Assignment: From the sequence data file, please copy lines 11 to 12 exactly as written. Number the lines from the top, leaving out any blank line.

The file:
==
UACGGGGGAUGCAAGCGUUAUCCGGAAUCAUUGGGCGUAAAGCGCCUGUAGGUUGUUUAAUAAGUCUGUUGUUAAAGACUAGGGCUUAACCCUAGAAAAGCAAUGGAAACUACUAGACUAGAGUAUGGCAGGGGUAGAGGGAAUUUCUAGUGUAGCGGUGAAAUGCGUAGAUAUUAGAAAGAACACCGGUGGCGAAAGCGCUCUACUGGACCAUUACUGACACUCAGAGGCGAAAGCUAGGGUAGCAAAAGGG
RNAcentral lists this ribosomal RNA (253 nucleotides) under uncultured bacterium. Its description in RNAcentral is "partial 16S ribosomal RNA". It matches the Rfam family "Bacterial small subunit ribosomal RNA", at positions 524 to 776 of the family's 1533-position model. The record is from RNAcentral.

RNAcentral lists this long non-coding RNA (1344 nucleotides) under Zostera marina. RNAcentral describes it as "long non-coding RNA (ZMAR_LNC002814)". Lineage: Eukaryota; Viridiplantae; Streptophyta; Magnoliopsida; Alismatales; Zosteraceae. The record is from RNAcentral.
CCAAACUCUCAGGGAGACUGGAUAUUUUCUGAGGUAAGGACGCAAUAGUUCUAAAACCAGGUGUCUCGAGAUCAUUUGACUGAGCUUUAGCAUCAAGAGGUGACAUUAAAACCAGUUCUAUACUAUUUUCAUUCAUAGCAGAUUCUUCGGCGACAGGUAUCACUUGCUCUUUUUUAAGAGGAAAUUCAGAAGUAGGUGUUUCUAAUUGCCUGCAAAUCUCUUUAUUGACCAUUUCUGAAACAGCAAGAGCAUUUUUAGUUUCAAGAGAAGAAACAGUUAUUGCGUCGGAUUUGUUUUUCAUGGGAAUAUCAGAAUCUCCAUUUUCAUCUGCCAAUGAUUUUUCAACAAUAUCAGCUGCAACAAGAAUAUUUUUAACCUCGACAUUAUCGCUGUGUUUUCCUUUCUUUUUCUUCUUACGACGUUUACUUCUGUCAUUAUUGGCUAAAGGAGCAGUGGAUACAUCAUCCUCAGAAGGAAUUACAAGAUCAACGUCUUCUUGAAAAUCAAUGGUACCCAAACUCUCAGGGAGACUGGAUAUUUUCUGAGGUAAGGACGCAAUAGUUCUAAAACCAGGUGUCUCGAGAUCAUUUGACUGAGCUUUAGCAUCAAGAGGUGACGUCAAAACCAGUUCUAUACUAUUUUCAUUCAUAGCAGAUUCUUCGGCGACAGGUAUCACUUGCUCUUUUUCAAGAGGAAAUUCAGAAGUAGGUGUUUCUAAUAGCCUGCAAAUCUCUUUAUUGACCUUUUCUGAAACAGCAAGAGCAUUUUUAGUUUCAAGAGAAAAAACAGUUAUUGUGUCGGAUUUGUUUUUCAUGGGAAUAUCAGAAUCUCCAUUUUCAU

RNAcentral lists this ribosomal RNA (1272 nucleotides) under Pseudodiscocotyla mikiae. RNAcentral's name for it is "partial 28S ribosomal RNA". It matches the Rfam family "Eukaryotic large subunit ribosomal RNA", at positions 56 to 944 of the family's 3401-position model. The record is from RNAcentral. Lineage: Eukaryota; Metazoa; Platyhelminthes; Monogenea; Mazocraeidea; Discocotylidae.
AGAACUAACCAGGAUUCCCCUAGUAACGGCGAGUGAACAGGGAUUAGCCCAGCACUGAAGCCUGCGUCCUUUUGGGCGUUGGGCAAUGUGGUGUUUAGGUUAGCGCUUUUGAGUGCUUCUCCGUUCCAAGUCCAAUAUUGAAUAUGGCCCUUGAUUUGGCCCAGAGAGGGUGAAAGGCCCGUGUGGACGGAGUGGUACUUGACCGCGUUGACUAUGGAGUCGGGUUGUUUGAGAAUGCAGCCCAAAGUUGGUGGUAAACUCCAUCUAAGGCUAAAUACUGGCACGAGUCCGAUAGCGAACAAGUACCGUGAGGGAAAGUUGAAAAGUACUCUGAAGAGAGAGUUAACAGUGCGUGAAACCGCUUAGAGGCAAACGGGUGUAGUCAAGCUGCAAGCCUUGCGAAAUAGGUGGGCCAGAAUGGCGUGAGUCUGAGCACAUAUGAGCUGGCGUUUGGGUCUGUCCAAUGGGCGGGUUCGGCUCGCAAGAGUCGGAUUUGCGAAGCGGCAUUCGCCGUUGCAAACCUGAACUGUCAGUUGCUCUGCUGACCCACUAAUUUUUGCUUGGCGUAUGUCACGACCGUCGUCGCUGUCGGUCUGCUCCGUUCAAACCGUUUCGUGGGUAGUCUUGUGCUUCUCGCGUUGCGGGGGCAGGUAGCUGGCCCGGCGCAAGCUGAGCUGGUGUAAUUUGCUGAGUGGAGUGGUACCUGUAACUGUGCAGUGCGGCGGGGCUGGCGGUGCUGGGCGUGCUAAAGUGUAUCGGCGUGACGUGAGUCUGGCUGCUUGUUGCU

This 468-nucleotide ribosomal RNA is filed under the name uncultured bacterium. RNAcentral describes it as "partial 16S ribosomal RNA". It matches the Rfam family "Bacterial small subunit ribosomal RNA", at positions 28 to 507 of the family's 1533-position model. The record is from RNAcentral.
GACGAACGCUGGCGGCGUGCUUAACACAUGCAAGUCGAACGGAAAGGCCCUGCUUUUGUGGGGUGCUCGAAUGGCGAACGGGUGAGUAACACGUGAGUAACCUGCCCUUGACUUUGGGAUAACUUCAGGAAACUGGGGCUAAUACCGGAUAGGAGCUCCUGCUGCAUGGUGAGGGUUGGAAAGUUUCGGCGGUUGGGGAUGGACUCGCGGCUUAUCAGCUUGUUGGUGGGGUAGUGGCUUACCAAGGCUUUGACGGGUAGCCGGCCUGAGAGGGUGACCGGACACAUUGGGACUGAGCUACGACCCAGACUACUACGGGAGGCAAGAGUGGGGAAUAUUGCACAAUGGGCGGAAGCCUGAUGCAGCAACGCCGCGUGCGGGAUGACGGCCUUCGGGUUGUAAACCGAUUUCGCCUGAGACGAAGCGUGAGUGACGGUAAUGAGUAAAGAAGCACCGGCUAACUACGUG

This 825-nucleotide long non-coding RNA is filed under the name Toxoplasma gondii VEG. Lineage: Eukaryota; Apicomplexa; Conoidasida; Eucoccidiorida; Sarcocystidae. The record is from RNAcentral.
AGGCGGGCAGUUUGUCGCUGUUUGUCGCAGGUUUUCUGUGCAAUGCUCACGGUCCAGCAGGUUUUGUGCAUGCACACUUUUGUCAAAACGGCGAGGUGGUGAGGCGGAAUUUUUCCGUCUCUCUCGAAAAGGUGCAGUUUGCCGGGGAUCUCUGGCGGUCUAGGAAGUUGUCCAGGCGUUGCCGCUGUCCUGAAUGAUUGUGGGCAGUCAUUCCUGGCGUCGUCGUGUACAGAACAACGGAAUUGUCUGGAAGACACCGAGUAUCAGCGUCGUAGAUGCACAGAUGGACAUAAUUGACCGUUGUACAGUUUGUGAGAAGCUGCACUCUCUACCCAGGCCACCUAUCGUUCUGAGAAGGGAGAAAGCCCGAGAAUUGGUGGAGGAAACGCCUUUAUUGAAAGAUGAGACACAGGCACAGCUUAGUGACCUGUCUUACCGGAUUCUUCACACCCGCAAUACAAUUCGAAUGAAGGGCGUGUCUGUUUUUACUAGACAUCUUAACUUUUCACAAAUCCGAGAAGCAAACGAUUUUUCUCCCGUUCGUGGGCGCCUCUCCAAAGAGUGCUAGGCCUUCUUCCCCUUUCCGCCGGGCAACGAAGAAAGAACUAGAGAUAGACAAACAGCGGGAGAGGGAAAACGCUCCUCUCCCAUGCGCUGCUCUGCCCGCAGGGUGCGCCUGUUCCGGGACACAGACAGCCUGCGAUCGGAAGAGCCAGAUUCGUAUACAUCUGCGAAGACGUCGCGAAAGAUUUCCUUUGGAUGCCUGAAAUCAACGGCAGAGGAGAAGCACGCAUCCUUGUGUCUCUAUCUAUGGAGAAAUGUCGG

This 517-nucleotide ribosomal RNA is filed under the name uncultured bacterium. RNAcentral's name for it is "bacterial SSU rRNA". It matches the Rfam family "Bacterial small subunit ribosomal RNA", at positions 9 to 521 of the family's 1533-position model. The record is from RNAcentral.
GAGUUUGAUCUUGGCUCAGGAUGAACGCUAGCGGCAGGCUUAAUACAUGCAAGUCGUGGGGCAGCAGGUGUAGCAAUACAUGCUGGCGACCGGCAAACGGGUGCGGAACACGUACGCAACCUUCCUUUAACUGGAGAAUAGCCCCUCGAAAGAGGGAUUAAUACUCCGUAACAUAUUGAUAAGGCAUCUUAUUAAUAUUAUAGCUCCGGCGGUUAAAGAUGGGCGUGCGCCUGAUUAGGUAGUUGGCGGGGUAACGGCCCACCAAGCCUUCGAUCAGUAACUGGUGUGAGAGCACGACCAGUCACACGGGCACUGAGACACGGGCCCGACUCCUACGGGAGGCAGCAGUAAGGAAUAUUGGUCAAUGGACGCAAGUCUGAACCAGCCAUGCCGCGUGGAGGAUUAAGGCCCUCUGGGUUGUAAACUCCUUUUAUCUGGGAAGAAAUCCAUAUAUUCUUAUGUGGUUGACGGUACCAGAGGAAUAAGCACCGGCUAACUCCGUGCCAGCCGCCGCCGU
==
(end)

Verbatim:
This 517-nucleotide ribosomal RNA is filed under the name uncultured bacterium. RNAcentral's name for it is "bacterial SSU rRNA". It matches the Rfam family "Bacterial small subunit ribosomal RNA", at positions 9 to 521 of the family's 1533-position model. The record is from RNAcentral.
GAGUUUGAUCUUGGCUCAGGAUGAACGCUAGCGGCAGGCUUAAUACAUGCAAGUCGUGGGGCAGCAGGUGUAGCAAUACAUGCUGGCGACCGGCAAACGGGUGCGGAACACGUACGCAACCUUCCUUUAACUGGAGAAUAGCCCCUCGAAAGAGGGAUUAAUACUCCGUAACAUAUUGAUAAGGCAUCUUAUUAAUAUUAUAGCUCCGGCGGUUAAAGAUGGGCGUGCGCCUGAUUAGGUAGUUGGCGGGGUAACGGCCCACCAAGCCUUCGAUCAGUAACUGGUGUGAGAGCACGACCAGUCACACGGGCACUGAGACACGGGCCCGACUCCUACGGGAGGCAGCAGUAAGGAAUAUUGGUCAAUGGACGCAAGUCUGAACCAGCCAUGCCGCGUGGAGGAUUAAGGCCCUCUGGGUUGUAAACUCCUUUUAUCUGGGAAGAAAUCCAUAUAUUCUUAUGUGGUUGACGGUACCAGAGGAAUAAGCACCGGCUAACUCCGUGCCAGCCGCCGCCGU